In mountain areas of northwestern Italy, ticks were rarely collected in the past. In recent years, a marked increase in tick abundance has been observed in several Alpine valleys, together with more frequent reports of Lyme borreliosis. We then carried out a four-year study to assess the distribution and abundance of ticks and transmitted pathogens and determine their altitudinal limit in a natural park area in Piedmont region.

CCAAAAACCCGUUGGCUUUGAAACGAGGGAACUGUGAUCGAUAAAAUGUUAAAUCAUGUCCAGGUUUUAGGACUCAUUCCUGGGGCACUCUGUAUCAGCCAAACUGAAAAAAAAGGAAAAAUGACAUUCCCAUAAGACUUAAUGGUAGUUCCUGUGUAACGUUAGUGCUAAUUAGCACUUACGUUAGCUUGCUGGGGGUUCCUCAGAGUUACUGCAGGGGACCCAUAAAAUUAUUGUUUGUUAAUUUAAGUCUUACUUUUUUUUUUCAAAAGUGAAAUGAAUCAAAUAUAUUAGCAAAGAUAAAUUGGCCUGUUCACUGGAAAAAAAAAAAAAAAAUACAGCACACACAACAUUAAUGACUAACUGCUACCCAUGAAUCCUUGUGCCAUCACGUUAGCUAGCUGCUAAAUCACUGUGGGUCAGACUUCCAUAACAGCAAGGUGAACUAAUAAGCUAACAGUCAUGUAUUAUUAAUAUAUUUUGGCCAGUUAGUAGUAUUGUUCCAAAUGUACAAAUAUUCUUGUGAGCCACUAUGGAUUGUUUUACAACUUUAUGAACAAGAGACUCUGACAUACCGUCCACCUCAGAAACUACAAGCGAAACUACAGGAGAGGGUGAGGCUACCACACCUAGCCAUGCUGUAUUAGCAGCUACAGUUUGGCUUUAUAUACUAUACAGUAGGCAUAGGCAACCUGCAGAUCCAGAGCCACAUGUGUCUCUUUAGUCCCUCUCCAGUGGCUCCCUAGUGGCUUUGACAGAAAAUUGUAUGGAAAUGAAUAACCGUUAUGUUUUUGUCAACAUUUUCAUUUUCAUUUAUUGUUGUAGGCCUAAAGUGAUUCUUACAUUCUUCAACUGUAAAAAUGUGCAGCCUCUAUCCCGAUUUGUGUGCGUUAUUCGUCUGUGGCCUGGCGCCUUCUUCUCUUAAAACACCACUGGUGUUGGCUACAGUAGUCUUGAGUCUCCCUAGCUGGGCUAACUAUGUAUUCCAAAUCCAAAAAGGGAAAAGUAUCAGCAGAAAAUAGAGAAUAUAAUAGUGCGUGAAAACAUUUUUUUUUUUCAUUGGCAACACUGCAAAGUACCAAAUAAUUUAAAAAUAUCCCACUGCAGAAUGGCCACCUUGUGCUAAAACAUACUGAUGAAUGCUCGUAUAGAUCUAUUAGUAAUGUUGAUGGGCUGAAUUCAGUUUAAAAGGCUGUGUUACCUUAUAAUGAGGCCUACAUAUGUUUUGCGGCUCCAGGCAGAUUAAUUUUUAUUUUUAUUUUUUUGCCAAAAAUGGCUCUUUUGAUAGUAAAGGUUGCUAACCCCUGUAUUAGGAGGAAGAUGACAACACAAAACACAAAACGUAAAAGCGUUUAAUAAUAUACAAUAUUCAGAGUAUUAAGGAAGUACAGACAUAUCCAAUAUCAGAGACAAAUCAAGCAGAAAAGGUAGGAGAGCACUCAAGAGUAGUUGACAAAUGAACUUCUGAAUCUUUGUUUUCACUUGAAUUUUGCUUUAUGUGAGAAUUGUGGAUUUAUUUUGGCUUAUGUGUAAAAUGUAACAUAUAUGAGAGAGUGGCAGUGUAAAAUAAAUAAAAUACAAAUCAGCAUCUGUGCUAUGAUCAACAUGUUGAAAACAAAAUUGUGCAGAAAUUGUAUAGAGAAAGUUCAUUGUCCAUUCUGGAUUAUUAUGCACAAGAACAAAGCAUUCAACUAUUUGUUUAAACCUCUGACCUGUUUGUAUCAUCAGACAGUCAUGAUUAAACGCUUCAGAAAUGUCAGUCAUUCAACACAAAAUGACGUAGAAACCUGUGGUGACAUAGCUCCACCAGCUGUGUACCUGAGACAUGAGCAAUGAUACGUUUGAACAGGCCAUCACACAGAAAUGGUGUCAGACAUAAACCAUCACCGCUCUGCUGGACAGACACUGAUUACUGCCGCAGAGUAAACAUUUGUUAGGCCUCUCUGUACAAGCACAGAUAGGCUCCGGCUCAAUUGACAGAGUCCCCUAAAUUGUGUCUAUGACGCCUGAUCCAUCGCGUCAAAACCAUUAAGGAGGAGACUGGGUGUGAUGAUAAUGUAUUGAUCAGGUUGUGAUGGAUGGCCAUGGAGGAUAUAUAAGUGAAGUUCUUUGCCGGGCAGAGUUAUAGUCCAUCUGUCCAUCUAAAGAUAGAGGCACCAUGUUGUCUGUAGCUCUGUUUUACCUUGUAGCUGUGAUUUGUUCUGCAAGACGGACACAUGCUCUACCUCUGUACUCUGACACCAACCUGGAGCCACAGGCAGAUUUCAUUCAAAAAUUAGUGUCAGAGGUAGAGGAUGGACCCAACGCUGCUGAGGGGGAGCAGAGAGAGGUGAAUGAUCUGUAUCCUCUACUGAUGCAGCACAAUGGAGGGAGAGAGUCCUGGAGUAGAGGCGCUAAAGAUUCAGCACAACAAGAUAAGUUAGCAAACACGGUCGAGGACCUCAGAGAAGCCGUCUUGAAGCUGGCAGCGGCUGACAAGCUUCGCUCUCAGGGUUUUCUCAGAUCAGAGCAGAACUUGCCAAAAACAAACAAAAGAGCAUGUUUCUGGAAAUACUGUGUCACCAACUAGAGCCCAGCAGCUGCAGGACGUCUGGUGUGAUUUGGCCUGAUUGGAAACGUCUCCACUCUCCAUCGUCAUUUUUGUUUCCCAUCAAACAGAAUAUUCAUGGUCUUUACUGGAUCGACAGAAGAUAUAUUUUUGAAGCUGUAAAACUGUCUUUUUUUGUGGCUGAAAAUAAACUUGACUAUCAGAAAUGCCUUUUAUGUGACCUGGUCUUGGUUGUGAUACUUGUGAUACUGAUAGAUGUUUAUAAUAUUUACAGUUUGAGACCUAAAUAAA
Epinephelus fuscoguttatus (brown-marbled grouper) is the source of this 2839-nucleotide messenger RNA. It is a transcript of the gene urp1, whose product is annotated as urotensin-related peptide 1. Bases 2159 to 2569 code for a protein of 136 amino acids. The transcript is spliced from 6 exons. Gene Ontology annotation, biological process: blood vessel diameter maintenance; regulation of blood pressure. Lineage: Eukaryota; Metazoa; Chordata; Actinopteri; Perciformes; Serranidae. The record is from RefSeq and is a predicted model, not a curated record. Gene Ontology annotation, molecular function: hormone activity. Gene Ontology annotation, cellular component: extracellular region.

Ixodes ricinus and Dermacentor marginatus were collected from both the vegetation and hunted wild ungulates. Tick abundance was significantly associated with altitude, habitat type and signs of animal presence, roe deer’s in particular. Ixodes ricinus prevailed in distribution and abundance and, although their numbers decreased with increasing altitude, we recorded the presence of all active life stages of up to around 1700 m a.s.l., with conifers as the second most infested habitat after deciduous woods.
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